Frédéric Bastiat was a French essayist who lived in the first half of the 19th century. His ideas, however, are terribly relevant to modern India. Indeed, if his work had been widely read and understood by the men who brought us freedom and shaped our nation after independence, we would not be such a poor country. Virtually every mistake that independent India’s policymakers made in the economic sphere could have been avoided if they had just read his great essay, That Which is Seen, and That Which is Not Seen.
I’m in NYC till Tuesday night, and am getting no time to blog here. I know how you feel, life must seem so empty. Be brave, hold on till I return, and I promise that for a week I’ll do seven posts a day instead of five. All will be well. Don’t give up. Keep the faith. Etc.
Off I go now to shame myself by doing some touristy thing…
Posted by Amit Varma on 27 October, 2007 in
Sree Sreenivasan and SAJA have very kindly organised a SAJA event in NYC where I can get to meet anyone interested in hanging out. The details are here. I’m sure I’ll meet many interesting people.
And yes, I know, SAJA’s description of me is entirely too kind. I’m not sure what a ‘top blogger’ is, and all I can vouch for is that I’m a harmless one. Unless Himesh hits the soundtrack. Once “Jhalak Dikhla Ja” starts playing, all bets are off, as my inner animal emerges.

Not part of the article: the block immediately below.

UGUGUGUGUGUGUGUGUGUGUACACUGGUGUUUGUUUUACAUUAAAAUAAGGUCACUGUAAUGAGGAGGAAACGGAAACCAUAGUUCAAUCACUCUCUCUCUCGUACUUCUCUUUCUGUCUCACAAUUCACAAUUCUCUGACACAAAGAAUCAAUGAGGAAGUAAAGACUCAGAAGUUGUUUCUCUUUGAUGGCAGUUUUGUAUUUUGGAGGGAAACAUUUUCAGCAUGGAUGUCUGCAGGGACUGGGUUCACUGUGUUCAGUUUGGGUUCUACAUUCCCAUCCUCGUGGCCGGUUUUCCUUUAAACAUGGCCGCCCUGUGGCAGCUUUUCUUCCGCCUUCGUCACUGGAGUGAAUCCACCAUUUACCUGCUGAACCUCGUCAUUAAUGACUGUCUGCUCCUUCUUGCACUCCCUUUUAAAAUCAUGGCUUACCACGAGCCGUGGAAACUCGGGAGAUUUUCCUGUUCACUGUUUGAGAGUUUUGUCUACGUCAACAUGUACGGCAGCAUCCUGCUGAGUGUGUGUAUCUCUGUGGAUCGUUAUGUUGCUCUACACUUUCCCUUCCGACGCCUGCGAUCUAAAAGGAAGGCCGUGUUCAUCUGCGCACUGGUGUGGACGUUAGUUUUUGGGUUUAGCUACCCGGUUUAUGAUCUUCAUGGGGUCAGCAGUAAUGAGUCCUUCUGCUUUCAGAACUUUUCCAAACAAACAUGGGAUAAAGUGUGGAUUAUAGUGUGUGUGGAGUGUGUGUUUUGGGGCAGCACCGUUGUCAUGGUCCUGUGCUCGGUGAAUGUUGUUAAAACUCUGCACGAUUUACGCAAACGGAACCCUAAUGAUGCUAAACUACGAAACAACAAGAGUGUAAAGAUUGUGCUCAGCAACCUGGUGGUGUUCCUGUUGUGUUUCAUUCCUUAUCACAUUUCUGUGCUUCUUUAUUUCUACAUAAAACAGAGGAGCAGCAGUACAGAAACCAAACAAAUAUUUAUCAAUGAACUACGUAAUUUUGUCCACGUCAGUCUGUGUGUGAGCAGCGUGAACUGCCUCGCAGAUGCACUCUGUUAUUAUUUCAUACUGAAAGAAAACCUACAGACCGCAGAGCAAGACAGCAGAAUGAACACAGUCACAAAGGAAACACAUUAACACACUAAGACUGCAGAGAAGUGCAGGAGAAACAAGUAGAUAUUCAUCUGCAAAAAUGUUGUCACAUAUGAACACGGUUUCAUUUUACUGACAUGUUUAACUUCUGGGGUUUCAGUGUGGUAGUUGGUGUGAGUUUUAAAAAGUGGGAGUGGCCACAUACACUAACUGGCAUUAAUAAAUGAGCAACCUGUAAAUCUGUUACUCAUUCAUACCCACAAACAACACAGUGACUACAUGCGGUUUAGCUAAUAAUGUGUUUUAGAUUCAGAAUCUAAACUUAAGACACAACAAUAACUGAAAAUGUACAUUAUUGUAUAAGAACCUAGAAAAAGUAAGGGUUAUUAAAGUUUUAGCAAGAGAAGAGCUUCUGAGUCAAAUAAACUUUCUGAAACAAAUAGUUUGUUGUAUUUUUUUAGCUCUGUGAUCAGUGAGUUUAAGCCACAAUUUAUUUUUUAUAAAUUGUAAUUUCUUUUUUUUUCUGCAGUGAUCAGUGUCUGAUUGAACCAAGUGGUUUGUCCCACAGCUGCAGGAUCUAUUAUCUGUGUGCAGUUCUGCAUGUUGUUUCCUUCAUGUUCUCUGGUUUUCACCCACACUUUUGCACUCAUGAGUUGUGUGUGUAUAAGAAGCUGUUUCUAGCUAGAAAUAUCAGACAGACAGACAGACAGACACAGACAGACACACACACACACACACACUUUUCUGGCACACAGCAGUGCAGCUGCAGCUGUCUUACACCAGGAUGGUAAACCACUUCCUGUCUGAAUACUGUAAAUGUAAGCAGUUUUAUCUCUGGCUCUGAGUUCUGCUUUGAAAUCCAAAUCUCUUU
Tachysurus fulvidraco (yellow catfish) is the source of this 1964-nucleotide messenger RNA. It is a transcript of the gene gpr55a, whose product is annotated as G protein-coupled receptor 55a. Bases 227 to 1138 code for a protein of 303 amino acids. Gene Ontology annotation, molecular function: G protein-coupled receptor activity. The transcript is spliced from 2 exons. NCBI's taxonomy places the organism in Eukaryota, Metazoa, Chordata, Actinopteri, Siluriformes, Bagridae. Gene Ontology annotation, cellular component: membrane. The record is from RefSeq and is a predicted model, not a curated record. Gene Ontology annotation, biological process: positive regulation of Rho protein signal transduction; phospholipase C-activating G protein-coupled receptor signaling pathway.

Posted by Amit Varma on 26 October, 2007 in
I’m rushing off to celebrate now. More details will follow in a few hours.
* * *
More details: I went out and celebrated, came back and slept a bit, and woke up to find, to my surprise, that it was the 25th morning, not the 24th, and it hadn’t all been a dream. There stands the candlestick I got as my prize, a homage to Frédéric Bastiat’s magnificent Candlemakers’ Petition (pdf link).
It was evident from the fact that the organisers flew me here and put me up in style that I was going to be one of the first three. I just didn’t know what position. I got passes to the event for a bunch of my friends: Yazad, Manish and Prashant and wife. Reuben was also there with his partner. We formed a desi table at the dinner and made jokes about Gujjus, which always helps break the tension.
My default mode is cynical, and I had been convinced for a few days that I didn’t deserve to win. My three nominated pieces were Where’s the Freedom Party?, A Beast Called Government and The Devil’s Compassion. They were all written fairly early in my stint as columnist at Mint, when I was still getting a handle on tone and suchlike. The first of those pieces was clumsily written, even if the content was close to my heart. The second was fairly basic for a sophisticated audience, even if it might have seemed radical to some readers in India. The third, I thought, worked well for me—it was satire, and Bastiat did satire, so that could help.